Finance expert: Speculators are behind high oil and gasoline prices

Posted April 04, 2012, at 9:48 p.m.

WASHINGTON — Financial speculators are gambling on oil the same way they gambled on the housing market a few years ago — a frightening prospect for the fragile economy, a Democratic congressional committee was told Wednesday.

“It is similar to the gambling Wall Street did on whether or not people would pay their subprime [below-market rate] mortgages in the mortgage meltdown,” said Michael Greenberger, a law professor at the University of Maryland and a former federal regulator of financial markets. “Now they are betting on the upward direction of the price of oil.”

The housing industry collapse helped trigger the deep recession that began in late 2007 and whose effects are still felt today.

The economy is slowly recovering, Greenberger said, but it could come to a halt unless oil prices come down. Gene Guilford, president of the Independent Connecticut Petroleum Association, told lawmakers that the recent oil price run-up has cost consumers an additional $10 billion a month since mid-December.

The House of Representatives’ Democratic Steering and Policy Committee, which consists of party leaders, called the hearing to spotlight Democratic efforts to promote lower oil and gasoline prices. No Republicans were present.

Today’s routine $4-and-higher prices for a gallon of gasoline have nothing to do with conventional supply-and-demand forces, Greenberger said. He formerly directed regulation of market trading in futures contracts and derivatives for the Commodities Futures Trading Commission.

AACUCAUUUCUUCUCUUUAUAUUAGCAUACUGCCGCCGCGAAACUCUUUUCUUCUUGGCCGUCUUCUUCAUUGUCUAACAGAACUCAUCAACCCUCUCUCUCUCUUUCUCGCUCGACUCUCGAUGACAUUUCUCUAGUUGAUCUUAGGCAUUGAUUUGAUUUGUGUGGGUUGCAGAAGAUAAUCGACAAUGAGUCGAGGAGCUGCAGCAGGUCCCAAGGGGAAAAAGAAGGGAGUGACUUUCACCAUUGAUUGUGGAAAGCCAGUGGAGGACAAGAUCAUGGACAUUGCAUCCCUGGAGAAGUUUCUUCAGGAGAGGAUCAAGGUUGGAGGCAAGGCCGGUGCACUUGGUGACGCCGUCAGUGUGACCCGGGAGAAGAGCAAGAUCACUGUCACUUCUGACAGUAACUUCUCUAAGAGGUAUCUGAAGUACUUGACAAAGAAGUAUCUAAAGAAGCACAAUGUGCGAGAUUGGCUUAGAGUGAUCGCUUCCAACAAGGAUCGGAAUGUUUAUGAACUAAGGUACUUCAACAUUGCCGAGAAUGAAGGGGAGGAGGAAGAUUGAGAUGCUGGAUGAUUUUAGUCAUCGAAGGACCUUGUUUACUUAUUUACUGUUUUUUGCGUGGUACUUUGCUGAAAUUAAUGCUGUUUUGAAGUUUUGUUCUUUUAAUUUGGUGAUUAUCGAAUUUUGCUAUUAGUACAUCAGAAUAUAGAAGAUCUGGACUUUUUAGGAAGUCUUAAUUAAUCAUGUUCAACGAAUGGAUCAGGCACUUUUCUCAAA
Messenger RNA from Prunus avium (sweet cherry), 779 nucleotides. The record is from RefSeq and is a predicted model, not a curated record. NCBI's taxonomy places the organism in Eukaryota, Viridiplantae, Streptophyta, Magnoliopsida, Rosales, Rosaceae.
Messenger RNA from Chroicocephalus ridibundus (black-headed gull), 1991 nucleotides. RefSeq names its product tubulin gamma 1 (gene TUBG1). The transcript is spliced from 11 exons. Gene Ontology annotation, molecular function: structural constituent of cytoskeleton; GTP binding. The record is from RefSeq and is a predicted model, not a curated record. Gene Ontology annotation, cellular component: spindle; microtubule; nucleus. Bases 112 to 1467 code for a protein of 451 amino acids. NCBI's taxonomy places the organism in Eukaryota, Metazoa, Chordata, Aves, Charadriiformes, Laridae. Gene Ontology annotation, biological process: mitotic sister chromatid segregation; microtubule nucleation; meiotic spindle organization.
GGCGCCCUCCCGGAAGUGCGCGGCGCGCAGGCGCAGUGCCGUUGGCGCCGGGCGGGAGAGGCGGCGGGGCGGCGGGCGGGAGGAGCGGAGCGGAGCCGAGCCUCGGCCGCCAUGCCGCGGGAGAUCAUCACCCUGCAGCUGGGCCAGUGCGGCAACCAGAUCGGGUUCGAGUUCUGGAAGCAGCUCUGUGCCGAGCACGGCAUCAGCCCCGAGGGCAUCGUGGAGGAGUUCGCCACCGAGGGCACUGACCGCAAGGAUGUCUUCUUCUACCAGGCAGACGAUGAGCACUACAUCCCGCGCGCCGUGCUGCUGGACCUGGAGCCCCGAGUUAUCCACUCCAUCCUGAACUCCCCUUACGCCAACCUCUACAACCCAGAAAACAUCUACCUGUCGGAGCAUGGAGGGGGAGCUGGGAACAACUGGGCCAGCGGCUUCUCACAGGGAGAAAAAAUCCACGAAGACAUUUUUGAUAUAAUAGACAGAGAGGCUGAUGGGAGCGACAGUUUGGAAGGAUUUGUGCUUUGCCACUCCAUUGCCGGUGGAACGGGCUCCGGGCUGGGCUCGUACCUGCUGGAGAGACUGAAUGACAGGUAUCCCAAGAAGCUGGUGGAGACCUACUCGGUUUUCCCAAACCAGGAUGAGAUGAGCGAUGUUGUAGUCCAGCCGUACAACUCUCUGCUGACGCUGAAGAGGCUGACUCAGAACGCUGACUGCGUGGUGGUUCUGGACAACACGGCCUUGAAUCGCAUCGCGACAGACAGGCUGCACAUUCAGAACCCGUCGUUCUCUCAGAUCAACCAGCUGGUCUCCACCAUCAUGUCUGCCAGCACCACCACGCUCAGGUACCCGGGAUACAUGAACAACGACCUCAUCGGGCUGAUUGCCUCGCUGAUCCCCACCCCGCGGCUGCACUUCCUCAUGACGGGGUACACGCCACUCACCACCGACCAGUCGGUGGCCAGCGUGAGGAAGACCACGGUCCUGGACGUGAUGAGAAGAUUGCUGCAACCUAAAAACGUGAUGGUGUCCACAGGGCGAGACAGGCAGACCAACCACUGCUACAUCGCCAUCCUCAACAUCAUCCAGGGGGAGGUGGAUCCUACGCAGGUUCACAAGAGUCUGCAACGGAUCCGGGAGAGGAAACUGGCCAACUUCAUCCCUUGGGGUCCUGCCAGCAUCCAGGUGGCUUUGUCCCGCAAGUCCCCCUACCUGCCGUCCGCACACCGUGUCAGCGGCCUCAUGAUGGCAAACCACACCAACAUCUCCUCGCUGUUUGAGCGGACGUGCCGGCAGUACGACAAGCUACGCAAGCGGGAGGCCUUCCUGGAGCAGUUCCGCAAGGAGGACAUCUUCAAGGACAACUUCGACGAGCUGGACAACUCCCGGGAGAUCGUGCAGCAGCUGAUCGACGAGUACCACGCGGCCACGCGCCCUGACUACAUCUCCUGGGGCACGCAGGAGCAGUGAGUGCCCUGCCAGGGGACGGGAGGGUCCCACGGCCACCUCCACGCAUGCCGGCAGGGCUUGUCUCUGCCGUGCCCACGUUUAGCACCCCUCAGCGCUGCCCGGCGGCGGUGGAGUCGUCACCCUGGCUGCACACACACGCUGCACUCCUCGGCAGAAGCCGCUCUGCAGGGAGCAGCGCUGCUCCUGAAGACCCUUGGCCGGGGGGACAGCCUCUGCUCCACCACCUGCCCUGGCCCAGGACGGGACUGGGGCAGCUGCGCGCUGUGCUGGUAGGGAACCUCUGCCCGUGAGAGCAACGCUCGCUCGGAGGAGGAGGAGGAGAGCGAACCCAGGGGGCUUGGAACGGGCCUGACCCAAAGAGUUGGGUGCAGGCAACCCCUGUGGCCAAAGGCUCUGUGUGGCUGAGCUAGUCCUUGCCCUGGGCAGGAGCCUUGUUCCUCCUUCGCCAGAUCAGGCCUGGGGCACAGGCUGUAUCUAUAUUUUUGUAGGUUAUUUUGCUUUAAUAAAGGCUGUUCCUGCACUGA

“It is excessive speculation, which is a fancy word for saying that gamblers wearing Wall Street suits have taken these markets over,” he said.

Financial speculators such as investment banks and hedge funds account for at least 65 percent of purchases of contracts for future oil deliveries, more than twice their traditional share, while buyers who intend to actually take delivery of the oil and use it, such as airlines, make up only about one-third of demand. The speculators bid up contract prices, sending oil and gasoline prices higher and reaping them huge profits. The bidding is stoked by fear of possible violence in oil-producing countries, notably Iran.

Congress has tried to pressure the Commodity Futures Trading Commission to put limits on how many contracts anyone can buy, but financial interests have stymied CFTC efforts in federal court.

Greenberger suggested several remedies, including a strong Justice Department probe. He said the threat of a serious investigation can be enough to intimidate speculators.

“If there is a real investigation, just the appearance of it will cause these cockroaches to scatter,” he said, “because the light will be turned on.”

Kevin G. Hall of the Washington bureau contributed to this report.

(c)2012 the McClatchy Washington Bureau

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